Kitty Kat Modal Window

To place focus on a header, we will need to add tabindex=”-1″. We will then use JavaScript to set focus on the header AFTER it has appeared on the page.

 <h3 id="kitten">Kitten Time</h3> ... $('#kitten').focus(); 

Learn more about making modal and toggled views accessible: Include the Transcript – Toggle Visibility

Live Regions

Live Regions allow screen readers to announce dynamically changing content. This is perfect for subtotals, alerts, and validation messages. The aria-live="polite" attribute tells the screen reader to announce the new content after the user has finished typing. Use “asssertive” for alerts, when you need to notify the user immediately.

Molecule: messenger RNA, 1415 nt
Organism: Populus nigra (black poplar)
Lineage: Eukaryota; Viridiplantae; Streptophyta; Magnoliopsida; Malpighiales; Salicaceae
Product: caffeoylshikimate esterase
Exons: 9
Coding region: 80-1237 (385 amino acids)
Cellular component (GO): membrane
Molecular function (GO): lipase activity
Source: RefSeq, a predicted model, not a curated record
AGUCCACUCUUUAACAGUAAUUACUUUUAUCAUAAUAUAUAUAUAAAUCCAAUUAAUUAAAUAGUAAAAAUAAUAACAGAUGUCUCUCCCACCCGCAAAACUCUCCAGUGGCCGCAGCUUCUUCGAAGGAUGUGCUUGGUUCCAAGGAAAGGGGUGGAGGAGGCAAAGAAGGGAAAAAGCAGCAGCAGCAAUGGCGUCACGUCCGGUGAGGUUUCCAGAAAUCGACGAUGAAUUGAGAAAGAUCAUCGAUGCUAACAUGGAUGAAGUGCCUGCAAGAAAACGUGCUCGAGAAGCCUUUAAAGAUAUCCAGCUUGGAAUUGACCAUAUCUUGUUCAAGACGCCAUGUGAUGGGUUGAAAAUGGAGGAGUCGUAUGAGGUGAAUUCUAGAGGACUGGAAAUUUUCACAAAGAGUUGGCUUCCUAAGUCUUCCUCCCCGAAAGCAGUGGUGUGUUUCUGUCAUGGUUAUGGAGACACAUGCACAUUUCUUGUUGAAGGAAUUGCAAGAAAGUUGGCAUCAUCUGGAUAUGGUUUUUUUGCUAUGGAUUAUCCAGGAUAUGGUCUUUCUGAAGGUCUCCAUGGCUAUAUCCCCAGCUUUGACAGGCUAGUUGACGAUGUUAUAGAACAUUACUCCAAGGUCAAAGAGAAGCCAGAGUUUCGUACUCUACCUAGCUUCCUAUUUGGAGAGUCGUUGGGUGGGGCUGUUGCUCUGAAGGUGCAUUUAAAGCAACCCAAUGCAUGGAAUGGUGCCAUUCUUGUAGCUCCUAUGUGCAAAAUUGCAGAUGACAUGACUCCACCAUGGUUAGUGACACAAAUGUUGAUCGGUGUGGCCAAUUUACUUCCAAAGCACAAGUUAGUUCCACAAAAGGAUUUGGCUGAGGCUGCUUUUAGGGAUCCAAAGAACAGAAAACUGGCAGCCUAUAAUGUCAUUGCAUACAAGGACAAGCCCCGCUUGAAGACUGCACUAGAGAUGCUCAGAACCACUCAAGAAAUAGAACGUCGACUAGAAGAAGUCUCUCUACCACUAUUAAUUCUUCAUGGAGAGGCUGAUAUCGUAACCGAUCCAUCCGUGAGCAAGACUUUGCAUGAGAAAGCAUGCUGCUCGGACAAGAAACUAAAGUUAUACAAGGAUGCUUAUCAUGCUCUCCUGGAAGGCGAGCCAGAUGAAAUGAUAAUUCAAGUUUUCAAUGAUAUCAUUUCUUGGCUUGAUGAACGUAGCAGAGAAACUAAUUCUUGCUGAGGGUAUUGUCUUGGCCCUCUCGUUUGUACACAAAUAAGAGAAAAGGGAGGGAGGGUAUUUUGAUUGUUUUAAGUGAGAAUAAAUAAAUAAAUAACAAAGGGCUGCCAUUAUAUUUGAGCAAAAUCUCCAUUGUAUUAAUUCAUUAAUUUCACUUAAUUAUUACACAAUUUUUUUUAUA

This video shows how a screen reader announces the content within a live region.


Live regions can significantly improve your application’s usability when applied to the loading message. This is especially important when your app is requesting data and there may be a delay after submitting a request. Add aria-live=”assertive” to the loading image and make sure it has alt=”loading”. This will now be announced when your image is inserted into the screen or toggled display:none/block.

 <img src="loading.gif" alt="loading" aria-live="assertive"> 

Wrap Up

It’s not difficult to make your application accessible for screen readers. Use native components as much as possible, these will already inherit the required accessibility features. Make sure your objects are clearly labeled, can be discovered, and activated.